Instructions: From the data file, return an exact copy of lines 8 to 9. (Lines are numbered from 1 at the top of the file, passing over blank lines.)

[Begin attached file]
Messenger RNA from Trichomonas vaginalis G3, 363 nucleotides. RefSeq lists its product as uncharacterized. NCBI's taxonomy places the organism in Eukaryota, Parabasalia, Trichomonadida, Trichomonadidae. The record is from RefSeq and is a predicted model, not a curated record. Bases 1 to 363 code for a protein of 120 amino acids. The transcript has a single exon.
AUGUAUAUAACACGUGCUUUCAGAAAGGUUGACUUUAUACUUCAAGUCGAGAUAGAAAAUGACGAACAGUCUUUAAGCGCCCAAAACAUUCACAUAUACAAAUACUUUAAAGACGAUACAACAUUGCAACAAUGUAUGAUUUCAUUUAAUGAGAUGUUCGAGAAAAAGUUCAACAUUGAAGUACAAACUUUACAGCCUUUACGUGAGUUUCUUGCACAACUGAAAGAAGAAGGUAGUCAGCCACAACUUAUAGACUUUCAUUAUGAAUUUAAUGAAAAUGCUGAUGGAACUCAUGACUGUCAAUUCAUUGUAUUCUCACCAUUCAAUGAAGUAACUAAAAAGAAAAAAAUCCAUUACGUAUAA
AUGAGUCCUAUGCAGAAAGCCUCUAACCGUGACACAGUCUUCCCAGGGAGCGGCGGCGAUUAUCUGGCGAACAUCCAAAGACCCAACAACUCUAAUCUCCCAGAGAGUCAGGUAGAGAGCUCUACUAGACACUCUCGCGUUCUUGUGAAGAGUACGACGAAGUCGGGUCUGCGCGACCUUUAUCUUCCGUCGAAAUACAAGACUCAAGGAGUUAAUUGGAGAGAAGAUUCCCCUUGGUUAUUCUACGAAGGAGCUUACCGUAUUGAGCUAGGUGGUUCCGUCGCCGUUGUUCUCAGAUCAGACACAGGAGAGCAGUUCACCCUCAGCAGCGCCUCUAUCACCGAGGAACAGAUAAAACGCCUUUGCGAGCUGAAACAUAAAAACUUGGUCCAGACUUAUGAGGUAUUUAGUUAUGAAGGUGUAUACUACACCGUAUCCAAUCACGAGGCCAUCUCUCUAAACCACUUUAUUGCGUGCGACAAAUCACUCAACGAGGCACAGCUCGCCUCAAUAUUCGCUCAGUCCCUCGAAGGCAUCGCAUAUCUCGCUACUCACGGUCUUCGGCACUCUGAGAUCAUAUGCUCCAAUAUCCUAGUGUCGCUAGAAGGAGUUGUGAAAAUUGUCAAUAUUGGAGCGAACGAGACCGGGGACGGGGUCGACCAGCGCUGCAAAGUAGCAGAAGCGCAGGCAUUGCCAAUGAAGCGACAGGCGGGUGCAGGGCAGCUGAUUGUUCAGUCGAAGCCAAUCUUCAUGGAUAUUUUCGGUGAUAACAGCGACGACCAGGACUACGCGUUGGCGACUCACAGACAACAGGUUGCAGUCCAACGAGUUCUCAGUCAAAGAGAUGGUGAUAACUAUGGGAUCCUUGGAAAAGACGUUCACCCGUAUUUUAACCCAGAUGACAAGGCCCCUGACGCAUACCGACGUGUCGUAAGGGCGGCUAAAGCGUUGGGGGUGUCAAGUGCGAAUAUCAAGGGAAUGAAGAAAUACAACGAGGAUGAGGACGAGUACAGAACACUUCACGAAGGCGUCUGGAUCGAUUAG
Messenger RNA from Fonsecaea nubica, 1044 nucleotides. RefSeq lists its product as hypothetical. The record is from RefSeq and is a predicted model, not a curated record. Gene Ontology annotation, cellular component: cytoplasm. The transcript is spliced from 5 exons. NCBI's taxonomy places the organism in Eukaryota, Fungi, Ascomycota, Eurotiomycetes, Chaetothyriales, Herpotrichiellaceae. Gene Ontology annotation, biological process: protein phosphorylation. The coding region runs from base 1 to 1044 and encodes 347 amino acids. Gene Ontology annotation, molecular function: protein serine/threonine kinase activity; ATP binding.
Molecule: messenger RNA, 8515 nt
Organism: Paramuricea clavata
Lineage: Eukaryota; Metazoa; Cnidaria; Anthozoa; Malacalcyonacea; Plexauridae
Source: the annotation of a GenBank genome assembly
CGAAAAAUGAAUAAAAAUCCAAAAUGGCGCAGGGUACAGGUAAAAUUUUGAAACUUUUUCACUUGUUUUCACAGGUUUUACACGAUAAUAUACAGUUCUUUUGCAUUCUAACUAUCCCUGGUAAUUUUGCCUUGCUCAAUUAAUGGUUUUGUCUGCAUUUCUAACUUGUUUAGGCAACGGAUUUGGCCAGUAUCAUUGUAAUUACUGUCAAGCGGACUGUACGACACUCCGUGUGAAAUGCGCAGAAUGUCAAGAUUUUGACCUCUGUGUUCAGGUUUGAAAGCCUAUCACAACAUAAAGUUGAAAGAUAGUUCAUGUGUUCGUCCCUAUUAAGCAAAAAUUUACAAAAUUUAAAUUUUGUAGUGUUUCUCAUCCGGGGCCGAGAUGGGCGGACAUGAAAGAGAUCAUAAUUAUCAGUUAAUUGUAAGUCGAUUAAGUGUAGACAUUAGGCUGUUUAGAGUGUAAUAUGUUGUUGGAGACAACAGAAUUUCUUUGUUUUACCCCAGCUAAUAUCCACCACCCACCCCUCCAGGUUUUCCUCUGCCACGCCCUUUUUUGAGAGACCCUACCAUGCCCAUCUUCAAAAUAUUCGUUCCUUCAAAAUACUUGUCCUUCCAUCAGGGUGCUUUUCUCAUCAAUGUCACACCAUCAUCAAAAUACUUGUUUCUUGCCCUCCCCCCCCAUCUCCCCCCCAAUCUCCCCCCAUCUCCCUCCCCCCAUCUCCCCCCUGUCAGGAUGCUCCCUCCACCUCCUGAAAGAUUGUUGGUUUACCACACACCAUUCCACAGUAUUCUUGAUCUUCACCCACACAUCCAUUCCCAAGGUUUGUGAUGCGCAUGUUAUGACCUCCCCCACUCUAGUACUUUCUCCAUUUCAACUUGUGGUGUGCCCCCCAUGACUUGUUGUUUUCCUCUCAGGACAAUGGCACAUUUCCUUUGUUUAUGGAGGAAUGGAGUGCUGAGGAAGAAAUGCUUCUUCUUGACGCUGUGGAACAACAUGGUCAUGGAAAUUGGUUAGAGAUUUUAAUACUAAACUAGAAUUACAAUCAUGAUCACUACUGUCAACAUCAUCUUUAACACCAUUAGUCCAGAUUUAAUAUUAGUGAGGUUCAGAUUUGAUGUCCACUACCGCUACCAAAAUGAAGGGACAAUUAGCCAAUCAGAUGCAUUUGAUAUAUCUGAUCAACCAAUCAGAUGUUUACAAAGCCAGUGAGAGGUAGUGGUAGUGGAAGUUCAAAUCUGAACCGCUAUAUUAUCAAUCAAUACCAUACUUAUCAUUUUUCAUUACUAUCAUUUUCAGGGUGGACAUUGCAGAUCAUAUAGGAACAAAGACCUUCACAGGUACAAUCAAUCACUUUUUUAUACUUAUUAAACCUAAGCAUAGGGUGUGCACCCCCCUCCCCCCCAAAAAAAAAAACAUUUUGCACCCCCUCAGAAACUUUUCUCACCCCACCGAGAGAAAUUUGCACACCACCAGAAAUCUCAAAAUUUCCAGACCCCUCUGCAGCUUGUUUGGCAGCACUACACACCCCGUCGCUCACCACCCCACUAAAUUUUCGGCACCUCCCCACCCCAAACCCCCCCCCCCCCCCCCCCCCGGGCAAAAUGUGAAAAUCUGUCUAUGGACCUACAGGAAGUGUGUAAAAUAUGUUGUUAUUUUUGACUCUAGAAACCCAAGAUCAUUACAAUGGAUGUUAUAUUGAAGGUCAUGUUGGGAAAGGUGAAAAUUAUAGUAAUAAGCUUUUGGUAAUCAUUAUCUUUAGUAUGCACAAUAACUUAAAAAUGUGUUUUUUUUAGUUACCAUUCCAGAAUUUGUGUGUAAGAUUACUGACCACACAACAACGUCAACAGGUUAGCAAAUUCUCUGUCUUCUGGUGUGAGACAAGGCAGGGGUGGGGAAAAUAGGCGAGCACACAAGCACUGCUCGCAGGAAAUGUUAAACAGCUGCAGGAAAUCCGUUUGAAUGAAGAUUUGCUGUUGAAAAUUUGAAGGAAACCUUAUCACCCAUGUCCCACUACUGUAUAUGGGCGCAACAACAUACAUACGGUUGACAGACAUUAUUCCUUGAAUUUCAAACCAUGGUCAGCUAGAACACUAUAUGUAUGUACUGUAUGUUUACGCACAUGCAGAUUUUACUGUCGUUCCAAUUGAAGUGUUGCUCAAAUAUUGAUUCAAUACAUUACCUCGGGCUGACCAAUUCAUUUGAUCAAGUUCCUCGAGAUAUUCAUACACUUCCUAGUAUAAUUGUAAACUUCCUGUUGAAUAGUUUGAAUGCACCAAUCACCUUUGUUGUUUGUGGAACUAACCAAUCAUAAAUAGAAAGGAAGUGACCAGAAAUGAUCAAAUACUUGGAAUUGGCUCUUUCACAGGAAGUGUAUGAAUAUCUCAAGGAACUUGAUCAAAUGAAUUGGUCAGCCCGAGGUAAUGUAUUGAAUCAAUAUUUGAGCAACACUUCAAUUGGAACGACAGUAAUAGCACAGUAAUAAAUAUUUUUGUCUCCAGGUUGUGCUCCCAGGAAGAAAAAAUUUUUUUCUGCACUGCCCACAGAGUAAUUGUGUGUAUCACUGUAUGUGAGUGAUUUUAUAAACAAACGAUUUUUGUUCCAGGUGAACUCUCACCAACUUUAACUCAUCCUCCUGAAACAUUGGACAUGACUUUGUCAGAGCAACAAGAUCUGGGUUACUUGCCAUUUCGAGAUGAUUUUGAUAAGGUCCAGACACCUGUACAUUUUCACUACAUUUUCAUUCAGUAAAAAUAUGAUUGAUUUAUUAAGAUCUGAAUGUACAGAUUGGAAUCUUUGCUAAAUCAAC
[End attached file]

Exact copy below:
Source: the annotation of a GenBank genome assembly
CGAAAAAUGAAUAAAAAUCCAAAAUGGCGCAGGGUACAGGUAAAAUUUUGAAACUUUUUCACUUGUUUUCACAGGUUUUACACGAUAAUAUACAGUUCUUUUGCAUUCUAACUAUCCCUGGUAAUUUUGCCUUGCUCAAUUAAUGGUUUUGUCUGCAUUUCUAACUUGUUUAGGCAACGGAUUUGGCCAGUAUCAUUGUAAUUACUGUCAAGCGGACUGUACGACACUCCGUGUGAAAUGCGCAGAAUGUCAAGAUUUUGACCUCUGUGUUCAGGUUUGAAAGCCUAUCACAACAUAAAGUUGAAAGAUAGUUCAUGUGUUCGUCCCUAUUAAGCAAAAAUUUACAAAAUUUAAAUUUUGUAGUGUUUCUCAUCCGGGGCCGAGAUGGGCGGACAUGAAAGAGAUCAUAAUUAUCAGUUAAUUGUAAGUCGAUUAAGUGUAGACAUUAGGCUGUUUAGAGUGUAAUAUGUUGUUGGAGACAACAGAAUUUCUUUGUUUUACCCCAGCUAAUAUCCACCACCCACCCCUCCAGGUUUUCCUCUGCCACGCCCUUUUUUGAGAGACCCUACCAUGCCCAUCUUCAAAAUAUUCGUUCCUUCAAAAUACUUGUCCUUCCAUCAGGGUGCUUUUCUCAUCAAUGUCACACCAUCAUCAAAAUACUUGUUUCUUGCCCUCCCCCCCCAUCUCCCCCCCAAUCUCCCCCCAUCUCCCUCCCCCCAUCUCCCCCCUGUCAGGAUGCUCCCUCCACCUCCUGAAAGAUUGUUGGUUUACCACACACCAUUCCACAGUAUUCUUGAUCUUCACCCACACAUCCAUUCCCAAGGUUUGUGAUGCGCAUGUUAUGACCUCCCCCACUCUAGUACUUUCUCCAUUUCAACUUGUGGUGUGCCCCCCAUGACUUGUUGUUUUCCUCUCAGGACAAUGGCACAUUUCCUUUGUUUAUGGAGGAAUGGAGUGCUGAGGAAGAAAUGCUUCUUCUUGACGCUGUGGAACAACAUGGUCAUGGAAAUUGGUUAGAGAUUUUAAUACUAAACUAGAAUUACAAUCAUGAUCACUACUGUCAACAUCAUCUUUAACACCAUUAGUCCAGAUUUAAUAUUAGUGAGGUUCAGAUUUGAUGUCCACUACCGCUACCAAAAUGAAGGGACAAUUAGCCAAUCAGAUGCAUUUGAUAUAUCUGAUCAACCAAUCAGAUGUUUACAAAGCCAGUGAGAGGUAGUGGUAGUGGAAGUUCAAAUCUGAACCGCUAUAUUAUCAAUCAAUACCAUACUUAUCAUUUUUCAUUACUAUCAUUUUCAGGGUGGACAUUGCAGAUCAUAUAGGAACAAAGACCUUCACAGGUACAAUCAAUCACUUUUUUAUACUUAUUAAACCUAAGCAUAGGGUGUGCACCCCCCUCCCCCCCAAAAAAAAAAACAUUUUGCACCCCCUCAGAAACUUUUCUCACCCCACCGAGAGAAAUUUGCACACCACCAGAAAUCUCAAAAUUUCCAGACCCCUCUGCAGCUUGUUUGGCAGCACUACACACCCCGUCGCUCACCACCCCACUAAAUUUUCGGCACCUCCCCACCCCAAACCCCCCCCCCCCCCCCCCCCCGGGCAAAAUGUGAAAAUCUGUCUAUGGACCUACAGGAAGUGUGUAAAAUAUGUUGUUAUUUUUGACUCUAGAAACCCAAGAUCAUUACAAUGGAUGUUAUAUUGAAGGUCAUGUUGGGAAAGGUGAAAAUUAUAGUAAUAAGCUUUUGGUAAUCAUUAUCUUUAGUAUGCACAAUAACUUAAAAAUGUGUUUUUUUUAGUUACCAUUCCAGAAUUUGUGUGUAAGAUUACUGACCACACAACAACGUCAACAGGUUAGCAAAUUCUCUGUCUUCUGGUGUGAGACAAGGCAGGGGUGGGGAAAAUAGGCGAGCACACAAGCACUGCUCGCAGGAAAUGUUAAACAGCUGCAGGAAAUCCGUUUGAAUGAAGAUUUGCUGUUGAAAAUUUGAAGGAAACCUUAUCACCCAUGUCCCACUACUGUAUAUGGGCGCAACAACAUACAUACGGUUGACAGACAUUAUUCCUUGAAUUUCAAACCAUGGUCAGCUAGAACACUAUAUGUAUGUACUGUAUGUUUACGCACAUGCAGAUUUUACUGUCGUUCCAAUUGAAGUGUUGCUCAAAUAUUGAUUCAAUACAUUACCUCGGGCUGACCAAUUCAUUUGAUCAAGUUCCUCGAGAUAUUCAUACACUUCCUAGUAUAAUUGUAAACUUCCUGUUGAAUAGUUUGAAUGCACCAAUCACCUUUGUUGUUUGUGGAACUAACCAAUCAUAAAUAGAAAGGAAGUGACCAGAAAUGAUCAAAUACUUGGAAUUGGCUCUUUCACAGGAAGUGUAUGAAUAUCUCAAGGAACUUGAUCAAAUGAAUUGGUCAGCCCGAGGUAAUGUAUUGAAUCAAUAUUUGAGCAACACUUCAAUUGGAACGACAGUAAUAGCACAGUAAUAAAUAUUUUUGUCUCCAGGUUGUGCUCCCAGGAAGAAAAAAUUUUUUUCUGCACUGCCCACAGAGUAAUUGUGUGUAUCACUGUAUGUGAGUGAUUUUAUAAACAAACGAUUUUUGUUCCAGGUGAACUCUCACCAACUUUAACUCAUCCUCCUGAAACAUUGGACAUGACUUUGUCAGAGCAACAAGAUCUGGGUUACUUGCCAUUUCGAGAUGAUUUUGAUAAGGUCCAGACACCUGUACAUUUUCACUACAUUUUCAUUCAGUAAAAAUAUGAUUGAUUUAUUAAGAUCUGAAUGUACAGAUUGGAAUCUUUGCUAAAUCAAC